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Egypt defends its human rights record during UN review

Wednesday's review by the UN Human Rights Council is the third such appraisal since 2010 and the first in five years. It is part of the council's periodic review of all 193 UN member states

Ayat Al Tawy , Wednesday 13 Nov 2019
Egypt/UN Review
U.N. Egypt review in Geneva, Switzerland, Wednesday, November 13, 2019
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Egypt has defended its human rights record during a UN review in Geneva, with officials saying there is no systematic torture in the country and that the vast majority of allegations of forced disappearances have proven false.

Egyptian Minister of Parliamentary Affairs Omar Marawan told the gathering that Egyptian laws and the constitution criminalise all forms of torture and penalise perpetrators.

"Anyone arrested or imprisoned shall not be subjected to any torture, intimidation or suppression or be psychologically or physically harmed," he told the UN Human Rights Council review session in his opening speech.

All Egyptian prisons are subject to full judicial supervision, he said, adding that the public prosecution has carried out around 150 visits over the past five years and set up a special human rights department concerned with human rights violations.

The Egyptian minister was responding to allegations of abuses in Egypt, including police torture, forced disappearances and poor conditions in prisons.

"There is no systematic or widespread torture in Egypt," public prosecution representative Hany Georgy told the gathering. "Those are individual, isolated cases that are investigated by the public prosecution and referred to criminal court if proven true."

Wednesday's review by the UN Human Rights Council is the third such appraisal since 2010 and the first in five years. It is part of the council's periodic review of all 193 UN member states.

The public prosecution representative said that Egypt is taking all the necessary measures to investigate reports of forced disappearances, stressing that the prosecution carries out "impartial and transparent investigation" into all reports of such allegations.

He said that "the vast majority of allegations of forced disappearances have proven untrue," adding that many cases of disappearance are of individuals who join a militant group, illegally migrate or face tough social conditions. 

Over the past five years, 412 cases of forced disappearance have been dropped after proving false, he said.

Minister Marwan, who headed Egypt's delegation in the session, said his country has taken major steps to implement the UN recommendations of the last review in 2014. These include, he says, enacting laws that guarantee the independence of journalists, amending the protest law to allow demonstration after merely notifying authorities, and enacting earlier this year a civil society law that "negates the negative aspects" of the 2017 legislation.

Recommendations on human rights

During Wednesday's session, some representatives, including those of Portugal, Rwanda, and Slovenia, recommended that Egypt abolish the death penalty.

In response, Egypt's prosecution representative said that the country "enforces the death penalty against the most serious crimes in line with international standards, while ensuring the just and fair trial of defendants."

"Identifying the most serious crimes is a matter that is decided upon by each society," Georgy said.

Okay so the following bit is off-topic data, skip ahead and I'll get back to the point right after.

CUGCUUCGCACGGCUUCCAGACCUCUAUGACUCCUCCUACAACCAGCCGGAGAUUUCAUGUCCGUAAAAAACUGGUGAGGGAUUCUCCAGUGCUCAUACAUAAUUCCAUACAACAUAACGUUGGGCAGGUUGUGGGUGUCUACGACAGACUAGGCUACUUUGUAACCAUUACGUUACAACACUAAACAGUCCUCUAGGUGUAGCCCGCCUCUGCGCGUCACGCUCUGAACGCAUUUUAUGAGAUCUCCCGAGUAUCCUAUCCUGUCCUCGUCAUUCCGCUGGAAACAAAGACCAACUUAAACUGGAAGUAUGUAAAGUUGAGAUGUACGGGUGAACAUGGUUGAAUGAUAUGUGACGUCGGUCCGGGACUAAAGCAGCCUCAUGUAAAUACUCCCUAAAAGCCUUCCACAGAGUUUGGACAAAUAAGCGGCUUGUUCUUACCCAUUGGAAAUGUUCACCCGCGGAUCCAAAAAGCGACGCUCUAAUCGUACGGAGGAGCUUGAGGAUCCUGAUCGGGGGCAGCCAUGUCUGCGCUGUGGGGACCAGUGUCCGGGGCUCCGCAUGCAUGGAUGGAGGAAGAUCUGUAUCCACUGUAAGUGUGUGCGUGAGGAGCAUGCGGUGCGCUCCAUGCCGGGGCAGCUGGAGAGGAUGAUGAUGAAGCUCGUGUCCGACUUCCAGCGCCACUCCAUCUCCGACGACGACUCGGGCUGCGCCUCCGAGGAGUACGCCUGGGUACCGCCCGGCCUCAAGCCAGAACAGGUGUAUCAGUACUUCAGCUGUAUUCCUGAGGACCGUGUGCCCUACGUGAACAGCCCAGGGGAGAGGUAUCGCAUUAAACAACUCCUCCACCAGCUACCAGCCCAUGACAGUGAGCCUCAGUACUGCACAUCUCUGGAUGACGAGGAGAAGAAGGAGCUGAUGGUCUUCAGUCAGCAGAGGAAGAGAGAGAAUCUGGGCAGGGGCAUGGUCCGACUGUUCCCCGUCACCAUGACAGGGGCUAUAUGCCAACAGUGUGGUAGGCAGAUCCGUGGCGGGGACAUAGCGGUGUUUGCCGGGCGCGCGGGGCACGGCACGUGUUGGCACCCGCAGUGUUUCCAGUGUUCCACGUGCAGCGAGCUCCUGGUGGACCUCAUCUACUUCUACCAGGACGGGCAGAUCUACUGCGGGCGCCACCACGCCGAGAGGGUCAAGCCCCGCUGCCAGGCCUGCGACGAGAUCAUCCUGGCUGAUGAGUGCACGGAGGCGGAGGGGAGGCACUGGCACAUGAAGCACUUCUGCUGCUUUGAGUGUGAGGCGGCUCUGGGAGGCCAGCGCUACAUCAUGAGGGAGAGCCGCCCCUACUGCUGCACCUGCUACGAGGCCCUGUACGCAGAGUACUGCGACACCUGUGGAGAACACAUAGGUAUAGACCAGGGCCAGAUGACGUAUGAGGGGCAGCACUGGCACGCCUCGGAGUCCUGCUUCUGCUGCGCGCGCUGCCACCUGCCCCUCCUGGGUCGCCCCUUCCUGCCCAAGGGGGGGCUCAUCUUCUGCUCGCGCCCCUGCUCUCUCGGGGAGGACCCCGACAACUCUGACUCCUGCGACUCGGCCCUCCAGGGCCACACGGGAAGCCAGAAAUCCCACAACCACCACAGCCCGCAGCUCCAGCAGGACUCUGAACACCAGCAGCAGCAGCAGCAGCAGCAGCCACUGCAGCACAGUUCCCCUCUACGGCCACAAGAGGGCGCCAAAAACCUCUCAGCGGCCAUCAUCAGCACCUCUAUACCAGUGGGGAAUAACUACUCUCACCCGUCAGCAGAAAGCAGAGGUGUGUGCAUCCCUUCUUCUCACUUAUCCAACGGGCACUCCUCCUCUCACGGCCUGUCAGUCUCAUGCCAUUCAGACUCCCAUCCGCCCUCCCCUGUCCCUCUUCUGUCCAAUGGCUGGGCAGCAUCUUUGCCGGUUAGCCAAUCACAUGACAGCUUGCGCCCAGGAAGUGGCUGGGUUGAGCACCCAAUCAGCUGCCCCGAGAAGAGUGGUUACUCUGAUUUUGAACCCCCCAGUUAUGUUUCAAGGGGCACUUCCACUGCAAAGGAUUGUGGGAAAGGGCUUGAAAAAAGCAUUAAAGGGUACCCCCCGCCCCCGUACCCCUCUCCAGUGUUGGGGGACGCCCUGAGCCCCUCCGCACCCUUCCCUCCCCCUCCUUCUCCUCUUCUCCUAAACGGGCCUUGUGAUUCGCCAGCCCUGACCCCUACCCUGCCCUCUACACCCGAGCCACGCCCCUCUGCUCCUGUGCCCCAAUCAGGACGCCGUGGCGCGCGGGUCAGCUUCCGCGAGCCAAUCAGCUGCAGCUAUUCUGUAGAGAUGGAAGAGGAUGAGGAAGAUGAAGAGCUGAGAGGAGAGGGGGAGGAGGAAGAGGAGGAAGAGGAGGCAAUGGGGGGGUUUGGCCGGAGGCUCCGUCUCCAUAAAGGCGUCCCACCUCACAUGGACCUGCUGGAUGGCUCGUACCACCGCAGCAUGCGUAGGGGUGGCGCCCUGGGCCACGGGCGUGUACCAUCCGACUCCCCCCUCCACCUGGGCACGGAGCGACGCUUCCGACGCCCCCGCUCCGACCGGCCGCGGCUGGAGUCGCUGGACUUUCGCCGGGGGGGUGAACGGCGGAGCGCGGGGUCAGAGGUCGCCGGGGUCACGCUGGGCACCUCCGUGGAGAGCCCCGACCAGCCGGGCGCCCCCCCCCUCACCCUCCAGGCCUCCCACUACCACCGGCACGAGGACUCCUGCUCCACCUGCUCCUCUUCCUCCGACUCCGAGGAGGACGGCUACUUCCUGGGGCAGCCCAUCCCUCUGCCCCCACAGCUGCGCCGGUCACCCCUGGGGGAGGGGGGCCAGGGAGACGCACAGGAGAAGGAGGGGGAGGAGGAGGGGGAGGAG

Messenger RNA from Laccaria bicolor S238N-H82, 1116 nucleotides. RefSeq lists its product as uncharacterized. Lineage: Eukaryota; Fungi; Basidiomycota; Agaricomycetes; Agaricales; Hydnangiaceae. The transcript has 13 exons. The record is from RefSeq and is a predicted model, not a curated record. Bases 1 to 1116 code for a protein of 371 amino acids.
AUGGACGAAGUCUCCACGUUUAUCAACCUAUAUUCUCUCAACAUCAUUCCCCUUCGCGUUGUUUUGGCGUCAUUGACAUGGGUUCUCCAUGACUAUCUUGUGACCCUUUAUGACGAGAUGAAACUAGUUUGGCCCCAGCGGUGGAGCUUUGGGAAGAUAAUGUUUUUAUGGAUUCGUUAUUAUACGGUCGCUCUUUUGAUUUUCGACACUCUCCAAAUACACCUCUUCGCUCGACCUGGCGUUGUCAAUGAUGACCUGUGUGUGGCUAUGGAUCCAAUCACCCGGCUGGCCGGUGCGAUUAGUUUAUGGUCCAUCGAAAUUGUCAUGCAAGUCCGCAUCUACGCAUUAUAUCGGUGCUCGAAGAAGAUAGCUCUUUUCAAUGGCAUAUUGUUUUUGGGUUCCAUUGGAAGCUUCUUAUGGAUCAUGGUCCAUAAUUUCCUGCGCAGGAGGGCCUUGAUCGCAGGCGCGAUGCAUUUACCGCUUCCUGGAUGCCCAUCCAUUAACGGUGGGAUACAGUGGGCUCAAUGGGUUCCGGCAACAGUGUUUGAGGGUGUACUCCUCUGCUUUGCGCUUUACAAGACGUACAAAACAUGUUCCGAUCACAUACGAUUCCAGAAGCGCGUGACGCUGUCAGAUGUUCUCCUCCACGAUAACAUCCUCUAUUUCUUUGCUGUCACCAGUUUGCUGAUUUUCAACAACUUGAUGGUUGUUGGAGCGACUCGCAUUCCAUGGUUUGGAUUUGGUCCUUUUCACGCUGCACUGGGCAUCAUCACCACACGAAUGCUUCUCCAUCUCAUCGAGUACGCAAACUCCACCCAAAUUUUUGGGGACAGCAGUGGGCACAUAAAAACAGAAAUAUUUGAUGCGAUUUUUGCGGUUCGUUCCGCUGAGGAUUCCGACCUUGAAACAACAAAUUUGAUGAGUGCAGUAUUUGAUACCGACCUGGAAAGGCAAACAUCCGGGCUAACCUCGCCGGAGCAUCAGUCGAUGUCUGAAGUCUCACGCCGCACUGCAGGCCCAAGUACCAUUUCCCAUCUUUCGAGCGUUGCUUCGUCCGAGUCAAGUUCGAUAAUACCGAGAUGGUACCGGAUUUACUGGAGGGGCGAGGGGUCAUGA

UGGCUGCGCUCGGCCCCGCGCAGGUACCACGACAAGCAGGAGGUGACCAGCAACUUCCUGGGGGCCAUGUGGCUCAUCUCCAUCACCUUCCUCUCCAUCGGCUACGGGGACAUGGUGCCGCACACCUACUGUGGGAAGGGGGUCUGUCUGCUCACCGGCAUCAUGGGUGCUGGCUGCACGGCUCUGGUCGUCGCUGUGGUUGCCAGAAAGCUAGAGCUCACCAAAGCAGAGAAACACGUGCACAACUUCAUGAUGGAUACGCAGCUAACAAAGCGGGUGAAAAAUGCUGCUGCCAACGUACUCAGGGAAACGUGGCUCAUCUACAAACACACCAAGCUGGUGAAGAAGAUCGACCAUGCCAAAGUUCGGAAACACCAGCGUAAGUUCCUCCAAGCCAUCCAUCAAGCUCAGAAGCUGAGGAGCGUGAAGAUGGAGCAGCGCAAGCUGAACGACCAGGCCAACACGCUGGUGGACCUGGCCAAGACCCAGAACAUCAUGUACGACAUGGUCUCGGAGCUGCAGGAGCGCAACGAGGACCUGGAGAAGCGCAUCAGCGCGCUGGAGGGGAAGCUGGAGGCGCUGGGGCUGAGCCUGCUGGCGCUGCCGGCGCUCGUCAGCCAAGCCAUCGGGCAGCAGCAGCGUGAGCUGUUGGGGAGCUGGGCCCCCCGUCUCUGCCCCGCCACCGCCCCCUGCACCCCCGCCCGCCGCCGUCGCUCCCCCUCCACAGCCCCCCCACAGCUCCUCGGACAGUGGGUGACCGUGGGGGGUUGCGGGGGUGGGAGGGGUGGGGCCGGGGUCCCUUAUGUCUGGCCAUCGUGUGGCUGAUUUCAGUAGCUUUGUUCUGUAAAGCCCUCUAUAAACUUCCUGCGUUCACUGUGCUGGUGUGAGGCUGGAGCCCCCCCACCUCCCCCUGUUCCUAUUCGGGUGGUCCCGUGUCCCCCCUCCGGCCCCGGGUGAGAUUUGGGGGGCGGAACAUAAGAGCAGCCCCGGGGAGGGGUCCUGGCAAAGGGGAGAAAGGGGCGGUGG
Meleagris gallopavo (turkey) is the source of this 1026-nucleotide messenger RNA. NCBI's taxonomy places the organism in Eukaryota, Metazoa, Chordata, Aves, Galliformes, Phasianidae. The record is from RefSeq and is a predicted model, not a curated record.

The UK, which served as rapporteur for the review along with Fiji and Senegal, said it remains "particularly concerned by restrictions on human rights defenders and political activists," including arrests and asset freezes.

"We recommend that [Egypt] release those detained for exercising their rights to freedom of expression, including all journalists, activists and human rights defenders, unblock news and social media websites and ensure access to medical assistance and family visits in prisons," the UK's representative told the gathering.

The Egyptian minister said that the government is only blocking websites that "threaten national security" following court orders that can be appealed.

Meanwhile, the United States recommended that "Egypt address impunity by credibly investigating allegations of extrajudicial killings, torture and forced disappearances by security forces, publicly release findings, and prosecute those responsible"

"While recognising the terrorism threat Egypt faces, we call upon the government to better counter that threat by easing restrictions on freedom of expression, peaceful assembly and association and by ensuring fair trial guarantees," US rights counsellor Daniel Kronenfeld told the council.

He also called for "supporting a free and active civil society" by ending foreign funding investigations, travel bans and asset freezes against members of civil society.

Progress and praise

Maya Morsi, the head of Egypt's National Council for Women, said that Egypt has made significant progress in reinforcing women's rights and freedoms.

She cited the appointment of women to a quarter of the current cabinet's portfolio and 15 percent of parliament seats. She stressed that the 2014 constitution largely protects women against all forms of violence and discrimination, and highlighted a 2016 law that toughens penalties against sexual violence and female genital mutilation.

Delegates from the Philippines, Portugal and the Republic of Korea hailed Egypt's efforts in female empowerment and fighting violence against women.

The representatives of Saudi Arabia and Tunisia hailed the steps taken by Cairo to implement the recommendations of the previous UN review in 2014, and the country's efforts to improve its legislative and institutional structures.

The United Arab Emirates, meanwhile, praised the country's efforts to achieve social justice.

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